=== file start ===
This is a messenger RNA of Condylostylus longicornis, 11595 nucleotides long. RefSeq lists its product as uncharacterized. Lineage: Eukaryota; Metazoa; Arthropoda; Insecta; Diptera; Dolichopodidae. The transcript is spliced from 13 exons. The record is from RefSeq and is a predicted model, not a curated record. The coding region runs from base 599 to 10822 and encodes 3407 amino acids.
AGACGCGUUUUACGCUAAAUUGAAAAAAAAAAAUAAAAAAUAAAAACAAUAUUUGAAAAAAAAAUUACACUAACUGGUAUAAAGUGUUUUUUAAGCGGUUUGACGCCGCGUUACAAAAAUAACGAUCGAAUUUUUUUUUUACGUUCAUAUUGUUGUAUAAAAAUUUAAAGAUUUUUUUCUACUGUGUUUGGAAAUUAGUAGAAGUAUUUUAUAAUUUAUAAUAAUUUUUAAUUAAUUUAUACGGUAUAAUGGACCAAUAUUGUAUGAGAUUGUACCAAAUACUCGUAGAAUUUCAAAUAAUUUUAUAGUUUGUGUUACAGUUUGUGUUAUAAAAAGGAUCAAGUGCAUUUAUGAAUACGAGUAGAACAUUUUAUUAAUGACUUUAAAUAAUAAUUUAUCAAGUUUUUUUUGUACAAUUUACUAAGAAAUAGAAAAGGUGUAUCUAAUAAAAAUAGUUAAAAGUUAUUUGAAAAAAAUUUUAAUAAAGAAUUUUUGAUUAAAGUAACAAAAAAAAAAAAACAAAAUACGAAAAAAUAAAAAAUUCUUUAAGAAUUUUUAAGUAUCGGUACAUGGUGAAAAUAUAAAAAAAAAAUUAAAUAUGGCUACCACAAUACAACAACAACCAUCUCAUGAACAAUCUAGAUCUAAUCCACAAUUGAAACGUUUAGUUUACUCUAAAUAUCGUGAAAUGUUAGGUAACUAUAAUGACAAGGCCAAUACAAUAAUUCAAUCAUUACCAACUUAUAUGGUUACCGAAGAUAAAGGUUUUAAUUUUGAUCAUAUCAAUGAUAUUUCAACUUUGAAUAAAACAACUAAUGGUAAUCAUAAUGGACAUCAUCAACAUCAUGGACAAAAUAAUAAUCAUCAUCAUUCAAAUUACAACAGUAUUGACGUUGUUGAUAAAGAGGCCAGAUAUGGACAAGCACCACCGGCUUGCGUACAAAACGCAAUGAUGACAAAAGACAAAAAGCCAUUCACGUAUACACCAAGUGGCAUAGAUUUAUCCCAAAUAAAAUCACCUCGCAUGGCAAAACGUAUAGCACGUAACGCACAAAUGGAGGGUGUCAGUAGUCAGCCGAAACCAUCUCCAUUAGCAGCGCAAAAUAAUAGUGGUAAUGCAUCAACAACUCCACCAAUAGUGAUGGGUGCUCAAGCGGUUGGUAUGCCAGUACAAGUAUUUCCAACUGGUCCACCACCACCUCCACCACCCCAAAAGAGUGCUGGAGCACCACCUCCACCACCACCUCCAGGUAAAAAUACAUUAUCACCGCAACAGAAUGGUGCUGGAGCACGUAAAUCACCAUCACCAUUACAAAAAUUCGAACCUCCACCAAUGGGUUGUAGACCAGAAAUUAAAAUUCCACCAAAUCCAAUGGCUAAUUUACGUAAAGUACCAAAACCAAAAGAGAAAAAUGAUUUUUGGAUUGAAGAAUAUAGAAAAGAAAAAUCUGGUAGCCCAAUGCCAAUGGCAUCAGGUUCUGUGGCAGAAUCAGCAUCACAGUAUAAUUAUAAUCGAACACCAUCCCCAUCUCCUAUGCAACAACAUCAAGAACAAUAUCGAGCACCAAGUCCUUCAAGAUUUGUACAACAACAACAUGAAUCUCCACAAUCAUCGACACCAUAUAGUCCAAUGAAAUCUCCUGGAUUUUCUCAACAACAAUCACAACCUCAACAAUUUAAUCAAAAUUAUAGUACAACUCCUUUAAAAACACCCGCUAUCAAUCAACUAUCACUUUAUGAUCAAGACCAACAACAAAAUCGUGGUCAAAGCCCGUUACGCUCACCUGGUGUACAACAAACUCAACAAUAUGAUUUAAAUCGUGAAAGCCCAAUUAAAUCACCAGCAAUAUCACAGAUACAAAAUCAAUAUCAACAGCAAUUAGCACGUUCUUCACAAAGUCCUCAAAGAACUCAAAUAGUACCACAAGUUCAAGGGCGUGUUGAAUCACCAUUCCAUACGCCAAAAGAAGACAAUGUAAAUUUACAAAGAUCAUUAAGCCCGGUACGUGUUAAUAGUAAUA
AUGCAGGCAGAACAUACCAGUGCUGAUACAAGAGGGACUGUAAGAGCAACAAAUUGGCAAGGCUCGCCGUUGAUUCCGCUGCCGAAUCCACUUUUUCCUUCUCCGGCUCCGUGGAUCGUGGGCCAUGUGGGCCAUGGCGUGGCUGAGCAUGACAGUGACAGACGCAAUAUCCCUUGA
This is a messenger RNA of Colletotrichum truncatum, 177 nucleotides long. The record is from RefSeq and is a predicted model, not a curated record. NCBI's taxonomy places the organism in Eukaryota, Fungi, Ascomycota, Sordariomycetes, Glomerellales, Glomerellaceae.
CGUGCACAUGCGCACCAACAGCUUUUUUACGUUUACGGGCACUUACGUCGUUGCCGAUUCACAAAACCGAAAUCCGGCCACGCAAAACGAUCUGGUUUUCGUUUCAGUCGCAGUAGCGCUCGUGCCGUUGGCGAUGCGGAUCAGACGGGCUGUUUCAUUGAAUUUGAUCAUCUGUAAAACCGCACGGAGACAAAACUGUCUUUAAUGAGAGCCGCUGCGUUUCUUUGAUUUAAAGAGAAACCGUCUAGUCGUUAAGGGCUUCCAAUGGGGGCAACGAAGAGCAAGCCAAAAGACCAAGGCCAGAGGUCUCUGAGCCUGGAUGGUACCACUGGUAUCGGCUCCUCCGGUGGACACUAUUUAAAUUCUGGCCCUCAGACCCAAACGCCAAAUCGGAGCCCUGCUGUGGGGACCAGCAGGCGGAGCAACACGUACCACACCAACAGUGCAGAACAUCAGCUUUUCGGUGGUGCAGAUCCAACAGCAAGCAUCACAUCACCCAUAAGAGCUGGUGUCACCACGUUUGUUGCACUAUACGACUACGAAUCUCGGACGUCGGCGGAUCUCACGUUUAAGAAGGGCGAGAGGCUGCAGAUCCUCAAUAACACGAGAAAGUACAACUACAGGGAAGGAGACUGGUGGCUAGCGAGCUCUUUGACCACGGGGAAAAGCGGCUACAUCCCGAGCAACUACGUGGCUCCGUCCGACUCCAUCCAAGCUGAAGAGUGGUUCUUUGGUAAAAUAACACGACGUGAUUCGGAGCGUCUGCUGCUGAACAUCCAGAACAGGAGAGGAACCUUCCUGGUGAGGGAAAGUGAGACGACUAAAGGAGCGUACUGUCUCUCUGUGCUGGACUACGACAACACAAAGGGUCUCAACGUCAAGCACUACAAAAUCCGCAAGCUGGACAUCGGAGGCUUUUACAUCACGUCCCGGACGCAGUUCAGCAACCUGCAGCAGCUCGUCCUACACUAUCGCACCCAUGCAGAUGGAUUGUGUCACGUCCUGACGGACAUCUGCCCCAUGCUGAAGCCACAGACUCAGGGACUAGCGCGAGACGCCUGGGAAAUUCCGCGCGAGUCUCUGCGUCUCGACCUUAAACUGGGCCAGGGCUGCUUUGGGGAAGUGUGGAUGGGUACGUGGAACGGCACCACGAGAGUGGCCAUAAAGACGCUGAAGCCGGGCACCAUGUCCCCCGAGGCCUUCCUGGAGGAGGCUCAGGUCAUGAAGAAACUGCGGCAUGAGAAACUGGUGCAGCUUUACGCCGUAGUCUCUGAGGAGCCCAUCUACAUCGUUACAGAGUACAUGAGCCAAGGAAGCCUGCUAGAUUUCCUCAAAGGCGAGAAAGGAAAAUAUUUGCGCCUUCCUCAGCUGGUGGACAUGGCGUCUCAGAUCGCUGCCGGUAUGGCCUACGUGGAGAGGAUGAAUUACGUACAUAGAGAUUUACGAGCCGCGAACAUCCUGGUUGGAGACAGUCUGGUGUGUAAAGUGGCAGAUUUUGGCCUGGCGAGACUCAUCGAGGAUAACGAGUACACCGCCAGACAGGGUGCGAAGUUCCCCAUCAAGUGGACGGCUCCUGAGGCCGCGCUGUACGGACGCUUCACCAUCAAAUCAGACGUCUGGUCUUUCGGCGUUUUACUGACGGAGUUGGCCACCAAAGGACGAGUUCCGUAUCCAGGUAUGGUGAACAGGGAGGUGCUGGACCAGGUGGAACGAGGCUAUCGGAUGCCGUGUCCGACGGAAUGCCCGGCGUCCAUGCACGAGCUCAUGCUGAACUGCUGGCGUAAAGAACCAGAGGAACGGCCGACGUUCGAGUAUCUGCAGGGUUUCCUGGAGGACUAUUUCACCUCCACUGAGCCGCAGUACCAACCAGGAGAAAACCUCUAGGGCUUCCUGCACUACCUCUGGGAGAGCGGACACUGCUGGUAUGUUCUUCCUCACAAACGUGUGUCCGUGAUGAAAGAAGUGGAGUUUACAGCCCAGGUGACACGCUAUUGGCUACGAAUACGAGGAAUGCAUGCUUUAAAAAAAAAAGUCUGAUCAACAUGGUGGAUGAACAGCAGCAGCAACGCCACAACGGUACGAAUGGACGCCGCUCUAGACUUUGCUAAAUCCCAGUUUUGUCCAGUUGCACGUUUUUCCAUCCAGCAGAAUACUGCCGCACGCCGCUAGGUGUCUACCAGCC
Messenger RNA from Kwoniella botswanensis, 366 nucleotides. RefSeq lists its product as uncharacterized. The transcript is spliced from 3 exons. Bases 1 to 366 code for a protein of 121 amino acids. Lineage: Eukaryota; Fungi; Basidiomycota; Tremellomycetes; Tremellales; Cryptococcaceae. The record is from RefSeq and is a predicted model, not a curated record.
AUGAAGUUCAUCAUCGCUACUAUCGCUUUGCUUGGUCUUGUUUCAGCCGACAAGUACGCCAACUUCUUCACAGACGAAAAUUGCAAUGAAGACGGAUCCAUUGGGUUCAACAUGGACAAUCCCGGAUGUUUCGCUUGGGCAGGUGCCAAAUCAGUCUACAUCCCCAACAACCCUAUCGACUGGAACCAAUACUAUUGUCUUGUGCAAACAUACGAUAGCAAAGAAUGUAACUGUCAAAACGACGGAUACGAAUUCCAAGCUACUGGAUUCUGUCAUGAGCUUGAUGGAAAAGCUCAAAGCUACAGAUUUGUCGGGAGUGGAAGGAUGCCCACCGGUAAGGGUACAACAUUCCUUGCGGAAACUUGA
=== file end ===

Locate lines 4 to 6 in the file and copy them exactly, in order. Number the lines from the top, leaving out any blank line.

This is a messenger RNA of Colletotrichum truncatum, 177 nucleotides long. The record is from RefSeq and is a predicted model, not a curated record. NCBI's taxonomy places the organism in Eukaryota, Fungi, Ascomycota, Sordariomycetes, Glomerellales, Glomerellaceae.
CGUGCACAUGCGCACCAACAGCUUUUUUACGUUUACGGGCACUUACGUCGUUGCCGAUUCACAAAACCGAAAUCCGGCCACGCAAAACGAUCUGGUUUUCGUUUCAGUCGCAGUAGCGCUCGUGCCGUUGGCGAUGCGGAUCAGACGGGCUGUUUCAUUGAAUUUGAUCAUCUGUAAAACCGCACGGAGACAAAACUGUCUUUAAUGAGAGCCGCUGCGUUUCUUUGAUUUAAAGAGAAACCGUCUAGUCGUUAAGGGCUUCCAAUGGGGGCAACGAAGAGCAAGCCAAAAGACCAAGGCCAGAGGUCUCUGAGCCUGGAUGGUACCACUGGUAUCGGCUCCUCCGGUGGACACUAUUUAAAUUCUGGCCCUCAGACCCAAACGCCAAAUCGGAGCCCUGCUGUGGGGACCAGCAGGCGGAGCAACACGUACCACACCAACAGUGCAGAACAUCAGCUUUUCGGUGGUGCAGAUCCAACAGCAAGCAUCACAUCACCCAUAAGAGCUGGUGUCACCACGUUUGUUGCACUAUACGACUACGAAUCUCGGACGUCGGCGGAUCUCACGUUUAAGAAGGGCGAGAGGCUGCAGAUCCUCAAUAACACGAGAAAGUACAACUACAGGGAAGGAGACUGGUGGCUAGCGAGCUCUUUGACCACGGGGAAAAGCGGCUACAUCCCGAGCAACUACGUGGCUCCGUCCGACUCCAUCCAAGCUGAAGAGUGGUUCUUUGGUAAAAUAACACGACGUGAUUCGGAGCGUCUGCUGCUGAACAUCCAGAACAGGAGAGGAACCUUCCUGGUGAGGGAAAGUGAGACGACUAAAGGAGCGUACUGUCUCUCUGUGCUGGACUACGACAACACAAAGGGUCUCAACGUCAAGCACUACAAAAUCCGCAAGCUGGACAUCGGAGGCUUUUACAUCACGUCCCGGACGCAGUUCAGCAACCUGCAGCAGCUCGUCCUACACUAUCGCACCCAUGCAGAUGGAUUGUGUCACGUCCUGACGGACAUCUGCCCCAUGCUGAAGCCACAGACUCAGGGACUAGCGCGAGACGCCUGGGAAAUUCCGCGCGAGUCUCUGCGUCUCGACCUUAAACUGGGCCAGGGCUGCUUUGGGGAAGUGUGGAUGGGUACGUGGAACGGCACCACGAGAGUGGCCAUAAAGACGCUGAAGCCGGGCACCAUGUCCCCCGAGGCCUUCCUGGAGGAGGCUCAGGUCAUGAAGAAACUGCGGCAUGAGAAACUGGUGCAGCUUUACGCCGUAGUCUCUGAGGAGCCCAUCUACAUCGUUACAGAGUACAUGAGCCAAGGAAGCCUGCUAGAUUUCCUCAAAGGCGAGAAAGGAAAAUAUUUGCGCCUUCCUCAGCUGGUGGACAUGGCGUCUCAGAUCGCUGCCGGUAUGGCCUACGUGGAGAGGAUGAAUUACGUACAUAGAGAUUUACGAGCCGCGAACAUCCUGGUUGGAGACAGUCUGGUGUGUAAAGUGGCAGAUUUUGGCCUGGCGAGACUCAUCGAGGAUAACGAGUACACCGCCAGACAGGGUGCGAAGUUCCCCAUCAAGUGGACGGCUCCUGAGGCCGCGCUGUACGGACGCUUCACCAUCAAAUCAGACGUCUGGUCUUUCGGCGUUUUACUGACGGAGUUGGCCACCAAAGGACGAGUUCCGUAUCCAGGUAUGGUGAACAGGGAGGUGCUGGACCAGGUGGAACGAGGCUAUCGGAUGCCGUGUCCGACGGAAUGCCCGGCGUCCAUGCACGAGCUCAUGCUGAACUGCUGGCGUAAAGAACCAGAGGAACGGCCGACGUUCGAGUAUCUGCAGGGUUUCCUGGAGGACUAUUUCACCUCCACUGAGCCGCAGUACCAACCAGGAGAAAACCUCUAGGGCUUCCUGCACUACCUCUGGGAGAGCGGACACUGCUGGUAUGUUCUUCCUCACAAACGUGUGUCCGUGAUGAAAGAAGUGGAGUUUACAGCCCAGGUGACACGCUAUUGGCUACGAAUACGAGGAAUGCAUGCUUUAAAAAAAAAAGUCUGAUCAACAUGGUGGAUGAACAGCAGCAGCAACGCCACAACGGUACGAAUGGACGCCGCUCUAGACUUUGCUAAAUCCCAGUUUUGUCCAGUUGCACGUUUUUCCAUCCAGCAGAAUACUGCCGCACGCCGCUAGGUGUCUACCAGCC
Messenger RNA from Kwoniella botswanensis, 366 nucleotides. RefSeq lists its product as uncharacterized. The transcript is spliced from 3 exons. Bases 1 to 366 code for a protein of 121 amino acids. Lineage: Eukaryota; Fungi; Basidiomycota; Tremellomycetes; Tremellales; Cryptococcaceae. The record is from RefSeq and is a predicted model, not a curated record.